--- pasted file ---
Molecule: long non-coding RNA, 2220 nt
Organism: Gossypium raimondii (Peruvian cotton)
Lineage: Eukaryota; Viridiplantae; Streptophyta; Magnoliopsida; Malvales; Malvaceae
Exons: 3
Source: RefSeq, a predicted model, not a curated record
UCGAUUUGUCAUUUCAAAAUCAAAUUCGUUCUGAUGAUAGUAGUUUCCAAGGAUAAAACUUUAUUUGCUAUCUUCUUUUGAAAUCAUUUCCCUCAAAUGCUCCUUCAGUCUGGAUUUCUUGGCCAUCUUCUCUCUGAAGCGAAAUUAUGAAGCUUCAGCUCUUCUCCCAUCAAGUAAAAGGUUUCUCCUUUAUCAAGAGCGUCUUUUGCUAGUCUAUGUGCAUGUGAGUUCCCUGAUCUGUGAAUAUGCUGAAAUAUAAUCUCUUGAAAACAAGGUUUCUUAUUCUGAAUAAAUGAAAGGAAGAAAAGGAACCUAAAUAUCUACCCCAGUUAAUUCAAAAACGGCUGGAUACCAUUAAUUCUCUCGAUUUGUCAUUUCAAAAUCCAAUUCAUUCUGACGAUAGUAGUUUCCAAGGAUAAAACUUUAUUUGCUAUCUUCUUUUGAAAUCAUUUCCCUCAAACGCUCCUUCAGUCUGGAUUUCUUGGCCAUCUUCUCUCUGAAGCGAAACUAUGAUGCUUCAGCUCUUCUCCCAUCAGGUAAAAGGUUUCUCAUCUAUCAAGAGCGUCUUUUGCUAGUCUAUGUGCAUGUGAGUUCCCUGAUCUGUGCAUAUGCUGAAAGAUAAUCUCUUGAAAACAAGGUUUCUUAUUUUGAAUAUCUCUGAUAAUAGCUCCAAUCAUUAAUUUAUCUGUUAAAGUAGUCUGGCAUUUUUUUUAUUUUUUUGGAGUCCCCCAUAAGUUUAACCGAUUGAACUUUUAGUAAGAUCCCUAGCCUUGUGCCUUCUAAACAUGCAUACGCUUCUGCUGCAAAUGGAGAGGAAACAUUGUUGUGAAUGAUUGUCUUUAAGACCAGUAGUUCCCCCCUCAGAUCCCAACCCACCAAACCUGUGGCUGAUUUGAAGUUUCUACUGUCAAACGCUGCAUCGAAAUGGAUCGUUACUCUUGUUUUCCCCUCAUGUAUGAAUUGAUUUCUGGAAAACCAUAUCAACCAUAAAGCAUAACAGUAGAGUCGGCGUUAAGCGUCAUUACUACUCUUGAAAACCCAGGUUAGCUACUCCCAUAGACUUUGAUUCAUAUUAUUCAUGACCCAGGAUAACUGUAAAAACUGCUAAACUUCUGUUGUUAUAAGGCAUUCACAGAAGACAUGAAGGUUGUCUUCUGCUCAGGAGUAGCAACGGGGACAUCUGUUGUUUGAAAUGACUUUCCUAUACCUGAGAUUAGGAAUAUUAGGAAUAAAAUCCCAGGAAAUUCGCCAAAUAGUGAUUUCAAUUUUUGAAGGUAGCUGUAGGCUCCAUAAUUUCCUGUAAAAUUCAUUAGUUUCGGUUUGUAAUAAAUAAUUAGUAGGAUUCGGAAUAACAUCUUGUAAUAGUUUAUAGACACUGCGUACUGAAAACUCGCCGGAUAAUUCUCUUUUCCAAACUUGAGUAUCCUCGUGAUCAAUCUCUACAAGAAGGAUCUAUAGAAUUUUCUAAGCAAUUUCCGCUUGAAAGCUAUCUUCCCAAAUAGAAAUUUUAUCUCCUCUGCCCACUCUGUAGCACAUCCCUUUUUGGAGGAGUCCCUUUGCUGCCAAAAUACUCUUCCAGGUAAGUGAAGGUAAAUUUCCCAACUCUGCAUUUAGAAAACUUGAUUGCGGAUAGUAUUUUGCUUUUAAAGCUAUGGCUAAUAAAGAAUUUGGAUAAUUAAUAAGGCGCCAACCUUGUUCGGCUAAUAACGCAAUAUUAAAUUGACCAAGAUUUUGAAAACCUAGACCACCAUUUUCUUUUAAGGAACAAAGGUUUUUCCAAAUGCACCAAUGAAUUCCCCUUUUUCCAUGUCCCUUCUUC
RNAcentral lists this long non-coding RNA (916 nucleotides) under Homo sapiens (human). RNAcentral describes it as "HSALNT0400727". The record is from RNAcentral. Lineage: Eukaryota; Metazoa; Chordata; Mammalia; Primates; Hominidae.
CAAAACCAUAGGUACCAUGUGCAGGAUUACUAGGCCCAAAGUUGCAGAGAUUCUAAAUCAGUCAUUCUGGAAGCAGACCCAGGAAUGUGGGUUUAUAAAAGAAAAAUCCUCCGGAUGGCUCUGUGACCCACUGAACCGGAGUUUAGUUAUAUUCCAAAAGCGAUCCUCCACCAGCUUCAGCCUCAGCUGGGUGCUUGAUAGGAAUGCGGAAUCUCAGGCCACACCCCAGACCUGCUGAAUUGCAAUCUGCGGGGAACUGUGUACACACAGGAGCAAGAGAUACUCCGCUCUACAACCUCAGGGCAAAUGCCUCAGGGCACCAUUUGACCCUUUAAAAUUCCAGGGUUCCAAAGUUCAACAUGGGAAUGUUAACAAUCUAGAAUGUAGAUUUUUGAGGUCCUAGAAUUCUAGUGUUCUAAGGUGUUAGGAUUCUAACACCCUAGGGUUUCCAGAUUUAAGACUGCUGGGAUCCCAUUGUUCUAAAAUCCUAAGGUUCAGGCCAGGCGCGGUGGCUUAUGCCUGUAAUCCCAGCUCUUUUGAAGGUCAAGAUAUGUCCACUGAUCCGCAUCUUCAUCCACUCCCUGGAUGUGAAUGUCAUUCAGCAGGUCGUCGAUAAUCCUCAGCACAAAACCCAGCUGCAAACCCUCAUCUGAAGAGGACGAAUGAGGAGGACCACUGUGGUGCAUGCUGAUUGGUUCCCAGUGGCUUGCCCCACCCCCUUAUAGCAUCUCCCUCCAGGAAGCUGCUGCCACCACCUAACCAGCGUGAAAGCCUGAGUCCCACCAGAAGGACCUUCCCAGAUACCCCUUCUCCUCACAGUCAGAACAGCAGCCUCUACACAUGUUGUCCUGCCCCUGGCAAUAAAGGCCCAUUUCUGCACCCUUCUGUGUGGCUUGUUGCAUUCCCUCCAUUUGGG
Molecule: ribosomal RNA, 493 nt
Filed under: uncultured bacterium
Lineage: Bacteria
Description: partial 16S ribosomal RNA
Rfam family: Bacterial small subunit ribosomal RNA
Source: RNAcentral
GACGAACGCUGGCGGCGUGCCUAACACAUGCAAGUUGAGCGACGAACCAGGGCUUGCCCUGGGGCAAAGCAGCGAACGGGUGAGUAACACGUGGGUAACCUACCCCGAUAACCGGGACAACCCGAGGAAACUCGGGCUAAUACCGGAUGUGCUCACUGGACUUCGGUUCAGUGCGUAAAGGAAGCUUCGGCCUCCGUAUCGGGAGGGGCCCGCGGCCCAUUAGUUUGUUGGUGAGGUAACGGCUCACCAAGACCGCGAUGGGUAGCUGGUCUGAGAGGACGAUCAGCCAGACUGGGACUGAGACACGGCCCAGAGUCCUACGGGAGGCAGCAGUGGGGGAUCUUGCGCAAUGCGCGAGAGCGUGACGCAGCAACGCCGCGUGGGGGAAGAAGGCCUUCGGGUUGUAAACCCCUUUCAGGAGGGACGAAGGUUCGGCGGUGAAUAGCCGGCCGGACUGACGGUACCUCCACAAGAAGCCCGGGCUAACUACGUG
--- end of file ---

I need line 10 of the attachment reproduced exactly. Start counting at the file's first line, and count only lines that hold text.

Filed under: uncultured bacterium